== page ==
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Europe promotes polluting trucks

A good two years ago, a study by the Dutch government concluded that LPG offers few advantages compared to diesel. Back then, the European environmental organisation Transport & Environment (T&E) was already calling for a rethink. Now a second study has come out.

The second study by the Graz University of Technology substantiates the findings of the first one: the promotion of gas-powered trucks should be abandoned immediately, as they are just as dirty as diesel trucks. In terms of emissions of carcinogenic fine dust and ultra-fine dust, gas trucks even perform worse. Only on the motorway, i.e. where the speed is higher than in normal city traffic, does LPG show that it emits fewer particles into the environment. Gas-powered trucks contribute 13.4 percent more to global warming when looking at emissions over a 20-year period. The environmental balance will only improve after a long 100 years. Only then does the ratio reverse and diesel exceeds the pollutant emissions of diesel by 7.5 percent. But what truck is driven for 100 years?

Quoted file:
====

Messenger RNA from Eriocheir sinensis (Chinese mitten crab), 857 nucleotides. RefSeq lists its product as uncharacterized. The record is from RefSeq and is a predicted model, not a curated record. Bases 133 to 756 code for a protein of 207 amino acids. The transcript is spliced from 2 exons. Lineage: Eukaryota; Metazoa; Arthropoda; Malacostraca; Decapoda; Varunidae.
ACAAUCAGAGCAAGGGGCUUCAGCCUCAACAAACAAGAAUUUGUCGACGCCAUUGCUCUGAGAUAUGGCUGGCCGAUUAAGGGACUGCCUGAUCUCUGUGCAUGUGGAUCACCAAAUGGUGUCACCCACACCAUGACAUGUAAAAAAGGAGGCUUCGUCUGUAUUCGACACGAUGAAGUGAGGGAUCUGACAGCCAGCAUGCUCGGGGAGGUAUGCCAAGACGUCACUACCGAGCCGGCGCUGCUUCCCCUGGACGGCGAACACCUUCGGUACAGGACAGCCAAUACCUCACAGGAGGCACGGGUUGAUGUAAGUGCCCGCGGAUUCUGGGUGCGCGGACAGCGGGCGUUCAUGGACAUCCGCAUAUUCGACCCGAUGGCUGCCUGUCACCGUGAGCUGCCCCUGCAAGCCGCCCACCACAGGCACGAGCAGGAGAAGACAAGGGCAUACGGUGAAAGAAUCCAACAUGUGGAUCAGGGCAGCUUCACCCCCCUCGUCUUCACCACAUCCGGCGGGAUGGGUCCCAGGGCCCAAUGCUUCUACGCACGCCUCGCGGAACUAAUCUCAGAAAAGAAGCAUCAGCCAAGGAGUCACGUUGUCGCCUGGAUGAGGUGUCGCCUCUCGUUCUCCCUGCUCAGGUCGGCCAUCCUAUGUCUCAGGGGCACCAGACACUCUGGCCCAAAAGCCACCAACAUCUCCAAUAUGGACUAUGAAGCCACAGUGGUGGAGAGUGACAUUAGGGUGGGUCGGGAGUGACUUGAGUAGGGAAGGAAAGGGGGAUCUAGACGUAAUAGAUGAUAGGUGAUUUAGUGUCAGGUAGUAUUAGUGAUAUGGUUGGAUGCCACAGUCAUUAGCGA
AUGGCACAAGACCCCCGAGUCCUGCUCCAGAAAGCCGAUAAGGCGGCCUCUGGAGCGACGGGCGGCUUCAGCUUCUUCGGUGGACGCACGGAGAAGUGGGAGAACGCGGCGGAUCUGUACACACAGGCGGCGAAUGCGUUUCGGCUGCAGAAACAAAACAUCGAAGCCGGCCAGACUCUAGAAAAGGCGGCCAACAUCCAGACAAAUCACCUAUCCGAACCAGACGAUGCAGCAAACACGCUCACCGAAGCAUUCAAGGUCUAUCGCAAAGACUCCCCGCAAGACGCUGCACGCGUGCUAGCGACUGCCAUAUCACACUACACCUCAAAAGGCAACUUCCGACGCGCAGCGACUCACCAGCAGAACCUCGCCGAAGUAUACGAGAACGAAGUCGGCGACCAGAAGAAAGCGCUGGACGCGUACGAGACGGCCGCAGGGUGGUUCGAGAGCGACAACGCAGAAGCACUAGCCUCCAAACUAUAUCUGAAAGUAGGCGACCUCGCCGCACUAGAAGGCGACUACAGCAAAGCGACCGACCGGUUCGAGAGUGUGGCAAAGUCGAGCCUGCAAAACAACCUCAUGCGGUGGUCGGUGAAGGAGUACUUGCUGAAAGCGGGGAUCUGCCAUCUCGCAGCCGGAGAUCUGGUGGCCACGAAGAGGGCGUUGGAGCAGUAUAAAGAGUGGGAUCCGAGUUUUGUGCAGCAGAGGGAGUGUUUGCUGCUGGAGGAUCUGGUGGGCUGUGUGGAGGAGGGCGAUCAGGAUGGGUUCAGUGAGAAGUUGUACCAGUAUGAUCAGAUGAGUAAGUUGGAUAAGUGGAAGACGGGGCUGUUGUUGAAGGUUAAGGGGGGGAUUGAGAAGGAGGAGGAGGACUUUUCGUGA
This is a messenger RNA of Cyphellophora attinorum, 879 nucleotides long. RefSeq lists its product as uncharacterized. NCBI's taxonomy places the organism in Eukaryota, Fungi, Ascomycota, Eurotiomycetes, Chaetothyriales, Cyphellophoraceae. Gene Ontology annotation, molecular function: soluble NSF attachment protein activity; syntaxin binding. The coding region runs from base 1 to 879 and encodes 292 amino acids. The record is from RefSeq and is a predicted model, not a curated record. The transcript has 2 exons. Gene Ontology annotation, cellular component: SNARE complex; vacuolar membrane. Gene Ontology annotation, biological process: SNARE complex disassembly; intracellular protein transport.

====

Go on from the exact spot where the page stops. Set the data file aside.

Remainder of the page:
Liquefied petroleum gas can show somewhat better values if you look at the amount of nitrogen oxides emitted. But the difference here is not so great. Nevertheless, liquefied petroleum gas does not completely eliminate pollutants in the air. Therefore, LPG can never be a real alternative to emission-free forms of propulsion.

T&E appeals to the EU to put the promotion of LPG and the development of a corresponding infrastructure on the back burner and concentrate more on support and infrastructure for battery-powered e-trucks. Only then can the ambitious climate targets be achieved.

The findings of the study would then also have to lead to a rethinking of the environmental zones and the classification of environmental badges. In France, for example, gas-powered vehicles receive a purple sticker 1 - the second best - and new diesel vehicles only a yellow sticker 2, even though they are dirtier. Will the study soon mean that only electric vehicles will be allowed to enter the European environmental zones?